Children can be relentless when they want something.
Whether it’s an extra dessert, or wanting to know the truth about your KGB parents, the tactics are the same. Never. Let. Up. Keep asking, and asking and asking.
Elizabeth and Philip are still under the naïve impression that somehow they can still shield Paige. “You just killed a man in front of me. I might as well know everything,” Paige tells her parents.
The girl has a point. The jig is so up. Paige now realizes that her parents have never been completely honest with her. Her mom killed someone and “didn’t even seem upset after.” So she is asking (and asking, and asking her parents for the full story. The whole episode reminded me of that iconic line from A Few Good Men: “Paige you can’t handle the truth.”
“We’re not lying to you Paige, but you don’t have to know everything,” Philip tells her. But that is something children everywhere, no matter what their circumstances, have a hard time accepting.
Paige and Matthew kiss in this episode. Is this Paige finally acting on the crush she’s had since Season One, or is she trying to work Mathew in order to help her parents? Does Paige even know her true motivation? Philip and Elizabeth tell Paige she doesn’t have to be friends with Matthew for them. But is that really true? Not so long ago. Elizabeth was all about having Paige follow in her footsteps.
Meanwhile, it looks like the long con on Don actually worked and Philip is able to give William the access codes he needs. The only problem is William wants out. He doesn’t trust his country with this virus—which he describes by saying “You basically dissolve inside, then squirt yourself out your anus in liquid form. First it’s whoosh, then it’s a trickle.” That William does have a way with words. He tells Philip to tell Gabriel the truth. He’s done. But Gabriel convinces him to do one last job for his country, and return to the motherland a hero. Anyone who has ever watched any TV shows or movies knows that the “one last job” thing never works out.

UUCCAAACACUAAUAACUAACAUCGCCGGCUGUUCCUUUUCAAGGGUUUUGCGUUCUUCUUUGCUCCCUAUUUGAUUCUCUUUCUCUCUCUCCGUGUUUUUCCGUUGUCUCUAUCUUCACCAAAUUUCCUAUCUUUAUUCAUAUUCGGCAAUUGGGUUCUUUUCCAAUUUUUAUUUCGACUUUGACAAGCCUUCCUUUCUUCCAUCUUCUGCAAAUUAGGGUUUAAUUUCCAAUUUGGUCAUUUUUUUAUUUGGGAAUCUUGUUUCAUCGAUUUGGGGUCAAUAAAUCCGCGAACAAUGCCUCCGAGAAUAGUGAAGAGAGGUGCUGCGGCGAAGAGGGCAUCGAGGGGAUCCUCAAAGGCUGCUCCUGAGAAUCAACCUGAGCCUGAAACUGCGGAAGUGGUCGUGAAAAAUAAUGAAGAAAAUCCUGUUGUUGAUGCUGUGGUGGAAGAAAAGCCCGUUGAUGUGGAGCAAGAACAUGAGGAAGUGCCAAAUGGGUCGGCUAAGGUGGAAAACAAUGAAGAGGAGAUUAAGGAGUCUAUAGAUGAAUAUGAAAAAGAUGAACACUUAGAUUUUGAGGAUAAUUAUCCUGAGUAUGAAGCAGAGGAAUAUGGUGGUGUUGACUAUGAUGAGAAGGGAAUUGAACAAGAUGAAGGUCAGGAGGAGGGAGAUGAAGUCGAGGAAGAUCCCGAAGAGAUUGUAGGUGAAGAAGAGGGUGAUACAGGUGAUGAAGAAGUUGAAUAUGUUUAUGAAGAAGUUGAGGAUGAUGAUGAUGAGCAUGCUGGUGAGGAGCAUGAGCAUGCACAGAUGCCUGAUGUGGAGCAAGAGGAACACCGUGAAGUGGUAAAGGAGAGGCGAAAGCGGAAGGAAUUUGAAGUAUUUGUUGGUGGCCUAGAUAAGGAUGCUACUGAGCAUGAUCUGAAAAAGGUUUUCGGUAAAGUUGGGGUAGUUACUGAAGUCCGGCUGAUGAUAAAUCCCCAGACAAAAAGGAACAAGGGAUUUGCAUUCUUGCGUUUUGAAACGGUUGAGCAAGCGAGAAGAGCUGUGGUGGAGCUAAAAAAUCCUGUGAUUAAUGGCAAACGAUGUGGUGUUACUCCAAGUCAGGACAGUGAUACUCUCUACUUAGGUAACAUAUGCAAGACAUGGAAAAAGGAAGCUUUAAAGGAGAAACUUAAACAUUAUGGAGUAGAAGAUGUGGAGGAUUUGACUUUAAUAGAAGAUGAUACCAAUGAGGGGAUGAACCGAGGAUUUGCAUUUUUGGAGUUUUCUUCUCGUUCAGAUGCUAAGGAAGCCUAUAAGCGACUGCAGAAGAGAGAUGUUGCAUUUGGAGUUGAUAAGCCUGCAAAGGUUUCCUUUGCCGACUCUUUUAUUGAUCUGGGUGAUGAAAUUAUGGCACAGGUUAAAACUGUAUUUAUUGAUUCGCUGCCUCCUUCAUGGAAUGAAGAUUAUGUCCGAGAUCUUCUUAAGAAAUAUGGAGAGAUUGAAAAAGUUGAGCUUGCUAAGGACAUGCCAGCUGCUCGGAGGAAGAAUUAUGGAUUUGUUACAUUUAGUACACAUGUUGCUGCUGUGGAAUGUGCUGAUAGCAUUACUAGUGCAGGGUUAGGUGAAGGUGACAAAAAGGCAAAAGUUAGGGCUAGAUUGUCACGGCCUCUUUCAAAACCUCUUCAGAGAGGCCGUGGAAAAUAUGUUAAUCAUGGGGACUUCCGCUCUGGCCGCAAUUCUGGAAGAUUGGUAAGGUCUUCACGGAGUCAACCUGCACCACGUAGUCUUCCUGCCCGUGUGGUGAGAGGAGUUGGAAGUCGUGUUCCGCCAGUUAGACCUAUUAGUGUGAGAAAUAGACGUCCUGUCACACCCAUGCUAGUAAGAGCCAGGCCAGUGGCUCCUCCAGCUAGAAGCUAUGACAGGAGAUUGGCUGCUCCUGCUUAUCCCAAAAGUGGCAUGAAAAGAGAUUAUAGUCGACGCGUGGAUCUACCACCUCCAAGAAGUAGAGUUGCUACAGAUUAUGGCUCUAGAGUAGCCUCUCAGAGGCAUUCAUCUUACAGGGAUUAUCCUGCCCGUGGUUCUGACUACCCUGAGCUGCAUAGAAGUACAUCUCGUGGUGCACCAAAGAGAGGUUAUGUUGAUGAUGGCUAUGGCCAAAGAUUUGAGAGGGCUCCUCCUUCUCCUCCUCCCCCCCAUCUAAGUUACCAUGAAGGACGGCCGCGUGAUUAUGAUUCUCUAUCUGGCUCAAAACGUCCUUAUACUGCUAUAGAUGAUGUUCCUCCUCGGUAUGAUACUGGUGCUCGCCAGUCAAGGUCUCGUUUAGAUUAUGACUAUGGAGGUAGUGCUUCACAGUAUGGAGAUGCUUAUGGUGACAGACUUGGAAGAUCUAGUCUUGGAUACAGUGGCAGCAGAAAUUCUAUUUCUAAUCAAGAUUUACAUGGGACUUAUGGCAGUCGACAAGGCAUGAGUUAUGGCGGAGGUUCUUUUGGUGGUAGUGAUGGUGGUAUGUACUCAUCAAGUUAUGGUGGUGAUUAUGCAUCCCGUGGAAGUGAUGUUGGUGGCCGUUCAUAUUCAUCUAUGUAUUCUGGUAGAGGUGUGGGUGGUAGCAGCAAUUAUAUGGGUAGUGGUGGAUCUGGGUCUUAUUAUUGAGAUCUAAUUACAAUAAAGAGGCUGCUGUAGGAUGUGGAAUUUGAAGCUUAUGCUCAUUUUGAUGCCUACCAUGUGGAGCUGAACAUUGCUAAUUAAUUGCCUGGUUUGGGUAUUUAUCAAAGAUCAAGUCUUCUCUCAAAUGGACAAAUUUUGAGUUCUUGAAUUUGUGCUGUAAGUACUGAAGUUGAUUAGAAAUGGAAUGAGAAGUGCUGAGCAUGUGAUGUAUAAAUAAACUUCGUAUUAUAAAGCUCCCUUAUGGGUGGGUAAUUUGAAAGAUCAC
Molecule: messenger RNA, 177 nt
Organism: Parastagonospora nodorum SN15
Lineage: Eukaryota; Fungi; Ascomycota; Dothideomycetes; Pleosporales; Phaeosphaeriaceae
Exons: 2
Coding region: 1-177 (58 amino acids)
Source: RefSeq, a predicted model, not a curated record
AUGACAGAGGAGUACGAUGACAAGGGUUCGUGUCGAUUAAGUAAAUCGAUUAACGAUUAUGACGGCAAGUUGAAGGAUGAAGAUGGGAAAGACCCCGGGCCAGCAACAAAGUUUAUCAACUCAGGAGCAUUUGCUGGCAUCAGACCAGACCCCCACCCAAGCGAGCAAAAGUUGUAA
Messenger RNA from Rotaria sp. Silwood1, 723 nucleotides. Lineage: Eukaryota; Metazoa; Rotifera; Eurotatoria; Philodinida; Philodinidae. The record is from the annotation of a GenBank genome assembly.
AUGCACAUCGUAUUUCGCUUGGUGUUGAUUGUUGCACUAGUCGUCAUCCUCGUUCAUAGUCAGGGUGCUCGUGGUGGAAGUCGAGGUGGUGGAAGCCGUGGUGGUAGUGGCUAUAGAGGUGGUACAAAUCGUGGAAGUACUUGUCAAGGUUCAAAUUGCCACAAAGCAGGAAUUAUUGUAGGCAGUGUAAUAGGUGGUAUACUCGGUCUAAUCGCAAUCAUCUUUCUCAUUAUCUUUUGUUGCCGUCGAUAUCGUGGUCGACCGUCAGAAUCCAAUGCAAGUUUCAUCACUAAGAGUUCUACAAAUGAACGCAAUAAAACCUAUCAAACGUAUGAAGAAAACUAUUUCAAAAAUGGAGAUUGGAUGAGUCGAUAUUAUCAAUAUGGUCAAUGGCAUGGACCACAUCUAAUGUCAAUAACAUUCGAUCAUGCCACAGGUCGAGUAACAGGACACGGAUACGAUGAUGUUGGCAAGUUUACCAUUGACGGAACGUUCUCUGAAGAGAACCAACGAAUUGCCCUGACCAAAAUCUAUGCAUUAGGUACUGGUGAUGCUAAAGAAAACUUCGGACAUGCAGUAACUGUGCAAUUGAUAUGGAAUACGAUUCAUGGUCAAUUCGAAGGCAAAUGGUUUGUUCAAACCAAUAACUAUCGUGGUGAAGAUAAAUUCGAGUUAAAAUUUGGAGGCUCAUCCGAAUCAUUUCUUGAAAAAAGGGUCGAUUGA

Oleg shares the same concerns. His country is filled with brilliant scientists who don’t have the money or the resources to do their job right. He tells Stan that the KGB has a man on the inside of one of the biotech firms. It’s enough information for Stan and Dennis to figure out that William is their guy.
What I continue to find fascinating about The Americans is that I can simultaneously root for both Stan and Elizabeth and Philip. I want them both to succeed, which I know is not possible. The show has put Stan, a good FBI agent, in this position of being close to finding out the truth many times. Since the show recently announced it will conclude at the end of the sixth season, the fourth season finale seems like the perfect time for Stan to start to figure out the Jennings’ true identity.
Tatiana gets a promotion to become the head of the Nairobi rezidentura and invites Oleg to join her as her second in command. But Oleg, still grieving the death of his brother, is disillusioned by his country and his work. He’s become Stan’s informant. I’m worried about him.
And I can’t leave this review without once again talking about the stellar performance Holly Taylor is turning in. When her parents tell her they are trying to get a weapon that their country would use if they were ever attacked, she responds with a pitch perfect “Great.” Even with all the tension of the episode, I still giggled a little bit at Taylor’s fantastic delivery, which expertly melded the typical adolescent eye-rolling with the seriousness of the situation.
This show is just great. Can’t wait until next week’s season finale.
For someone who has no clue what is going on, Henry is getting a lot of screen time this season.
Paige is waiting to learn how to parallel park before she takes the driver’s test. Learn now Paige. I never did and still can’t parallel park.
The mail robot returns!
You have to love Elizabeth’s reaction to watching General Hospital.
Amy Amatangelo, the TV Gal ®, is a Boston-based freelance writer, a member of the Television Critics Association and a regular contributor to Paste. She wasn’t allowed to watch much TV as a child and now her parents have to live with this as her career. You can follow her on Twitter or her blog.